above the line deductions are deductions which are taken out of gross income to determine adjusted gross income. They differ from below the line deductions in that they are generally taken at a dollar for dollar amount and aren't subject to external limitations like the 2% AGI floor. Knowing whether or not a deduction is taken above the line is easy. Look at IRC 62(a). It lists a bunch of deductions. If a deduction is listed here you know it is an above the line deduction. The most common examples are business/trade deductions (162) Property loss deductions (like 165) and deductions attributable to rents and royalties (like dual use rentals in 280A).

depreciation and business expenses --> I have no idea. We spent like 10 minutes on depreciation and I have no idea what we're supposed to know about it.

Losses from the sale or exchange of property: There are major types three types. business/trade losses, personal losses from activities engaged in for profit (stocks are one example, investment real estate is another, but real estate that was used personally is not an example), and nonbusiness theft and casualty losses. There's also something about wager losses but I'm not too familiar with that one. As far as deductibility, they are all deductible, but there are lots of limitations; that's the whole purpose of 165 it tells you these things are deductible and then gives you the limits on those deductions. These deductions are taken above the line because "losses from the sale or exchange of property" is specifically listed in 62(a)(3). However theft and casualty losses are not losses from a sale, so they are not taken above the line. Instead they are taken below the line. Moreover, theft and casualty is listed in 67(b)(3), which means that they are a miscellaneous itemitzed deduction. This means that they are subject to the 2% floor of AGI. Basically that means that in the aggregate, all the items listed in 67(b) are only deductible to the extent that they exceed 2% of AGI. Think about it this way. If your AGI is $500. And you have $13 in miscellaneous itemized deductions, you can only claim $3 of those deductions because 2% of $500 is $10. Basically you can't use 67(b) deductions to escape paying your taxes.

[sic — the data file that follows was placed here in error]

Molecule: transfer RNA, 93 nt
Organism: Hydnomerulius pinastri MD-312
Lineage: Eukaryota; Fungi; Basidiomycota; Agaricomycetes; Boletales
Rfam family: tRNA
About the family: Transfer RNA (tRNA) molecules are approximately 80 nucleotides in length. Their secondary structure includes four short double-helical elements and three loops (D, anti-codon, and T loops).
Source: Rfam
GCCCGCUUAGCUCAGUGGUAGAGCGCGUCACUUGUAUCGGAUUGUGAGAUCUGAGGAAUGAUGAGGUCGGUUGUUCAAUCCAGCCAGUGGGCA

As far as above the line v. itemized. look at 62 for above the line. these are taken out of gross income. Then look to 67. Everything listed there gets added together (aggregated). then calculate 2% of AGI (AGI = Gross income - above the line deductions). You can only take 67 itemized deductions to the extent that they exceed that 2% figure.

If you have any other questions just ask. This really helps me work it out in my own mind.

We didn't do earned income credit.

As far as capital losses being deducted above the line. Um, there's no 62 provision that just says "captial losses." However 62(b)(3) does say losses from sale or exchange of property, which usually capital losses will fall into I guess, unless the loss is not from a sale or exchange. I'm not positive about that though

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goosey
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Re: I REALLY NEED HELP WITH TAX!!!

Postby goosey » Mon Dec 19, 2011 5:59 pm

smokyroom26 wrote:Breathe, goosey, breathe. You will be OK. I think I remember you saying you had Chirelstein, from a different thread. Have you read it through cover-to-cover? I found that to be extremely helpful, as opposed to just skipping around in it. To your questions:

Read § 62. The deductions listed in § 62, and ONLY the deductions listed in § 62, are above-the-line. Any deduction that is NOT specifically listed in § 62 is a below-the-line deduction (and therefore also an itemized deduction) by default.

As far as business expenses, they are generally ATL. However, a significant exception to this rule are business expenses incurred by an employee and unreimbursed by her employer, which are BTL. See § 62(a)(2)(A).

§ 212 deductions, on the other hand, are BTL by default. A significant exception to that rule are expenses related to property held for the production of rent or royalties, even when not used in a trade/biz. See § 62(a)(4).

One helpful thing to keep in mind about ATL v. BTL deductions is that ATL deductions are favored by Congress - those particular kinds of deductions are "better" in Congress' view. ATL deductions are great, because (1) they are NEVER subject to the § 67 two-percent floor, and (2) they lower your adjusted gross income and make it more likely that your BTL miscellaneous itemized deductions will survive the § 67 two-percent floor.